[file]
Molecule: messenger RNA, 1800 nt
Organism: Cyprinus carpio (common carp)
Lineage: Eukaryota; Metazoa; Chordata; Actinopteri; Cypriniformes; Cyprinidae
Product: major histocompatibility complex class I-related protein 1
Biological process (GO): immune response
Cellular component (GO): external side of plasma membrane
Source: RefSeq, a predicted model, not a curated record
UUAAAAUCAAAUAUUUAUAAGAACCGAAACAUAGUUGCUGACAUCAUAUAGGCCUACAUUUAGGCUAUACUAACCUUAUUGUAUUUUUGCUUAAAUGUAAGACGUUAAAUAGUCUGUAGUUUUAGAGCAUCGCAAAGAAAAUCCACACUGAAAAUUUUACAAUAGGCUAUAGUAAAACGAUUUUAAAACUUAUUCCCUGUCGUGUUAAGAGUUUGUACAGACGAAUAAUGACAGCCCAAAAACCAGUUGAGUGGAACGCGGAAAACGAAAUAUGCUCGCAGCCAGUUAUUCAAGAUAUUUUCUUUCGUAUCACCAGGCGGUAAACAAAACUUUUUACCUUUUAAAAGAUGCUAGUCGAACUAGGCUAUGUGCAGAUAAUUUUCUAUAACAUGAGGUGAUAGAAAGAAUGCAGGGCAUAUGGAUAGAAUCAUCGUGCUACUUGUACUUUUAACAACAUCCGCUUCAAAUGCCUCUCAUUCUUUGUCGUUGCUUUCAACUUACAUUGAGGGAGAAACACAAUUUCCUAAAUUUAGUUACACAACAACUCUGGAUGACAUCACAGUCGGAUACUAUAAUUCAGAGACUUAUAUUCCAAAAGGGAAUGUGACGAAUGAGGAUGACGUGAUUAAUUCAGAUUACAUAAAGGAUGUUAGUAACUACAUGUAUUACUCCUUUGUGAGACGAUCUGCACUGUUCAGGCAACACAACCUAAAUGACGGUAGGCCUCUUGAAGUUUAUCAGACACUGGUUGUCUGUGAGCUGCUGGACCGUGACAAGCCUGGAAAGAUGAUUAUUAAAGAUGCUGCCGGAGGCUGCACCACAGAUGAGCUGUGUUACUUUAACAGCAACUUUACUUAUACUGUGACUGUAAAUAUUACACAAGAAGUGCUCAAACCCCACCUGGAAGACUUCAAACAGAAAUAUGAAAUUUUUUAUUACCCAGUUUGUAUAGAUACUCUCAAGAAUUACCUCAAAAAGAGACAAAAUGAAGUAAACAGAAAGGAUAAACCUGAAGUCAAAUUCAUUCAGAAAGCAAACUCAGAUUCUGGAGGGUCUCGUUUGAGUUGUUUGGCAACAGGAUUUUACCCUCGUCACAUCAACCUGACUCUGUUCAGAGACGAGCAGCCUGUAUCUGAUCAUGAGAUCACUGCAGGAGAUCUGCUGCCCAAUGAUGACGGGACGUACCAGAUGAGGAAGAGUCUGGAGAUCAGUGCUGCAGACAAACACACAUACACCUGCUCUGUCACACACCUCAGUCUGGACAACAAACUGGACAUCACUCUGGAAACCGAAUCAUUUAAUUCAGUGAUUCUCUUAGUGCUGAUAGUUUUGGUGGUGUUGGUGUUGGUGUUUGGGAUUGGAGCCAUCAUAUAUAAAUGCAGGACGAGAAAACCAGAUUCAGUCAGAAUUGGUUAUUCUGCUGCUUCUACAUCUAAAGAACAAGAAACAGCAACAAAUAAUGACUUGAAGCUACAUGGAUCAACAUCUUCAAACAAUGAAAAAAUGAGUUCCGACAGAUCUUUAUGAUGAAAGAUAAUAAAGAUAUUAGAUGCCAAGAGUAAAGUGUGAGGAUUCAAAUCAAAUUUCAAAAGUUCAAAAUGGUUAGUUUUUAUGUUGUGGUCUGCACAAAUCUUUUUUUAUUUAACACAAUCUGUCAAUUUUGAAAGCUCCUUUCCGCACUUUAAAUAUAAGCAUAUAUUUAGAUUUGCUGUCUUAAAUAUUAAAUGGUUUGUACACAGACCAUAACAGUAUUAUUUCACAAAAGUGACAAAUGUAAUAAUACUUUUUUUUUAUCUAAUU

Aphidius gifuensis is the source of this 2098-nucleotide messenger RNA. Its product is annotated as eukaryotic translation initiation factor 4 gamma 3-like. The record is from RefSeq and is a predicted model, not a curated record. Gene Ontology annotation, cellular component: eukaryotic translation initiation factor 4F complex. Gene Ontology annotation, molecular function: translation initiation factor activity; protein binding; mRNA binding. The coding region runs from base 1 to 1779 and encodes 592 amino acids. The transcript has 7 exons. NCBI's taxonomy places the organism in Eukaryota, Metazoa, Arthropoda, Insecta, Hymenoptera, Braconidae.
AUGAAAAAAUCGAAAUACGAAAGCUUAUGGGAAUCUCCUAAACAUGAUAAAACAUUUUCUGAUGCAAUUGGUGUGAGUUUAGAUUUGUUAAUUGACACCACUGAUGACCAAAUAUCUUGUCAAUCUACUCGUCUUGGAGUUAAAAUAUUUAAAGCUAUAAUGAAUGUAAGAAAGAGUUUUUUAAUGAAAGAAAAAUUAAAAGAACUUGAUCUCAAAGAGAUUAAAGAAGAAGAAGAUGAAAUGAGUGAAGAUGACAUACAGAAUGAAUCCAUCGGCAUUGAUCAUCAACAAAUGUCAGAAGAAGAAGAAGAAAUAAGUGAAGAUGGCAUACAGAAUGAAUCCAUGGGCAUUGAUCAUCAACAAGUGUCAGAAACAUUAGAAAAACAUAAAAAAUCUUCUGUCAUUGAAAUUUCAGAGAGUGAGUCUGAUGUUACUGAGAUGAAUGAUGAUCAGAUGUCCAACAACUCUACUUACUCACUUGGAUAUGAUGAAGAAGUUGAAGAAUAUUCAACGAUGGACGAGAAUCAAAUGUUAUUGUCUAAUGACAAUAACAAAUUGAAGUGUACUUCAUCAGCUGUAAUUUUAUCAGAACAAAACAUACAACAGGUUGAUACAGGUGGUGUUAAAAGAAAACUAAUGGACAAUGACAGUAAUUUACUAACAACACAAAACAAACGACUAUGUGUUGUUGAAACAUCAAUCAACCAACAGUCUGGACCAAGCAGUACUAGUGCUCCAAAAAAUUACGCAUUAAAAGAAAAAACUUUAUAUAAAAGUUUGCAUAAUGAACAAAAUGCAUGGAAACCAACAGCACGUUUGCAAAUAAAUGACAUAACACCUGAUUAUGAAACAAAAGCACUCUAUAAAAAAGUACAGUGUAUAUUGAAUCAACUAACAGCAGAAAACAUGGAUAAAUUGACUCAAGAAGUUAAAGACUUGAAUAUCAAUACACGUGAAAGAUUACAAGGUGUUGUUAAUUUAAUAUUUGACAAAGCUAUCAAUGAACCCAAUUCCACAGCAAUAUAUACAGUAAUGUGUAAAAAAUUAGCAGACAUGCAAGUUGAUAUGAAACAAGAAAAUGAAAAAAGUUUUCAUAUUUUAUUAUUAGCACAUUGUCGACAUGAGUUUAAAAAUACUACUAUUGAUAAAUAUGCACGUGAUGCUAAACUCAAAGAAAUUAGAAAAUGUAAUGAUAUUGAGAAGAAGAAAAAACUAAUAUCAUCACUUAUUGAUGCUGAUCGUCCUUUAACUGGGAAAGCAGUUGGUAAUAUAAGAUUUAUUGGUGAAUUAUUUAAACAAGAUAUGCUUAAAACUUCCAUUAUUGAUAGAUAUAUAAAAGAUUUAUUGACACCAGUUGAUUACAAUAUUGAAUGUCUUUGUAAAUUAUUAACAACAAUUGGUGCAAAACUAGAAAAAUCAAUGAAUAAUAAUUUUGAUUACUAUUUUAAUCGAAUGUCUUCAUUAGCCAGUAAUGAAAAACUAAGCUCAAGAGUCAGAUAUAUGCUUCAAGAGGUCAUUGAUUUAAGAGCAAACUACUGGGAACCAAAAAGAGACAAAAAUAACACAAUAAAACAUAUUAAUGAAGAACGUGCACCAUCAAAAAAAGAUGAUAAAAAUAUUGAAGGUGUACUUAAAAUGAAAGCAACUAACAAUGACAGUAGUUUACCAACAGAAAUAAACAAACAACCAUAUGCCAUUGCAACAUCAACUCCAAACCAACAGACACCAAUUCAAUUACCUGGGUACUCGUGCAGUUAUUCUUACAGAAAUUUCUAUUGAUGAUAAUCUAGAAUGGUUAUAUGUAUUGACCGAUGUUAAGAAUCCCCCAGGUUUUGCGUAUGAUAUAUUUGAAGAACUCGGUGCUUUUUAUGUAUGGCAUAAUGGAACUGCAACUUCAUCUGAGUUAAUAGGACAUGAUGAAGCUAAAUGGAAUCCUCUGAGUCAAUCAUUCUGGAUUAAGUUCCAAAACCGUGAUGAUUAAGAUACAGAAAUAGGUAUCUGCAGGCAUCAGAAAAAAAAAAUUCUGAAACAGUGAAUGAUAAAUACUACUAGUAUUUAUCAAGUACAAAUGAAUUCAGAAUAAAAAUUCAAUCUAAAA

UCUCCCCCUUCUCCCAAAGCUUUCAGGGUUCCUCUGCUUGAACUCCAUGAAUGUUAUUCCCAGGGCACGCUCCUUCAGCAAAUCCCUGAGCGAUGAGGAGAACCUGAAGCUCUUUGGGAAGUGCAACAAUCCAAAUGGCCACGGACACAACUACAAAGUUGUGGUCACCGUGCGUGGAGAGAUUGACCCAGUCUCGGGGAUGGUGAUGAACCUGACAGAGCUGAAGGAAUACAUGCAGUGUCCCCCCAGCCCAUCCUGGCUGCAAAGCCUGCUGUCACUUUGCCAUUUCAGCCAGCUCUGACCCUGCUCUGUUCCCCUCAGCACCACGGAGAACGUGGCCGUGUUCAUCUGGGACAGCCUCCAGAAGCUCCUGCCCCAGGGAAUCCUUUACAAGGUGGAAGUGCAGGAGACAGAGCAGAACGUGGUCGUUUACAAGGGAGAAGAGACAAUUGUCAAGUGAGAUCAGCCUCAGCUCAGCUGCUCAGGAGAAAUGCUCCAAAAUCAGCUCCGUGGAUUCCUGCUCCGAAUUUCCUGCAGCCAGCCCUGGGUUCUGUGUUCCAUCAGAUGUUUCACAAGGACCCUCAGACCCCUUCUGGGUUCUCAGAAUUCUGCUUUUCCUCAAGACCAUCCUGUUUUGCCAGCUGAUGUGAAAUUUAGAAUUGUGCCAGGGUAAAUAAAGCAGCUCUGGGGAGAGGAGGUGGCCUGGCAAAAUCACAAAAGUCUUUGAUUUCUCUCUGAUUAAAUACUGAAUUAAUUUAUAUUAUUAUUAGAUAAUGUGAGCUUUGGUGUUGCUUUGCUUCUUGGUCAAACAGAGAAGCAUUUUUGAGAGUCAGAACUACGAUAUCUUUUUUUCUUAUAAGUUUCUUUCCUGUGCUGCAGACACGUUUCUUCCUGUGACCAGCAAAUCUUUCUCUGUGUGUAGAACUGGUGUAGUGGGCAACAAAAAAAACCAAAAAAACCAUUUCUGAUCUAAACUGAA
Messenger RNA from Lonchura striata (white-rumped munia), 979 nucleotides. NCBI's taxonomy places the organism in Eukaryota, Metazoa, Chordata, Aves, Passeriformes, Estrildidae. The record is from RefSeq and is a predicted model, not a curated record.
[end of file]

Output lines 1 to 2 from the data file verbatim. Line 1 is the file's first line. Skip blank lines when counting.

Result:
Molecule: messenger RNA, 1800 nt
Organism: Cyprinus carpio (common carp)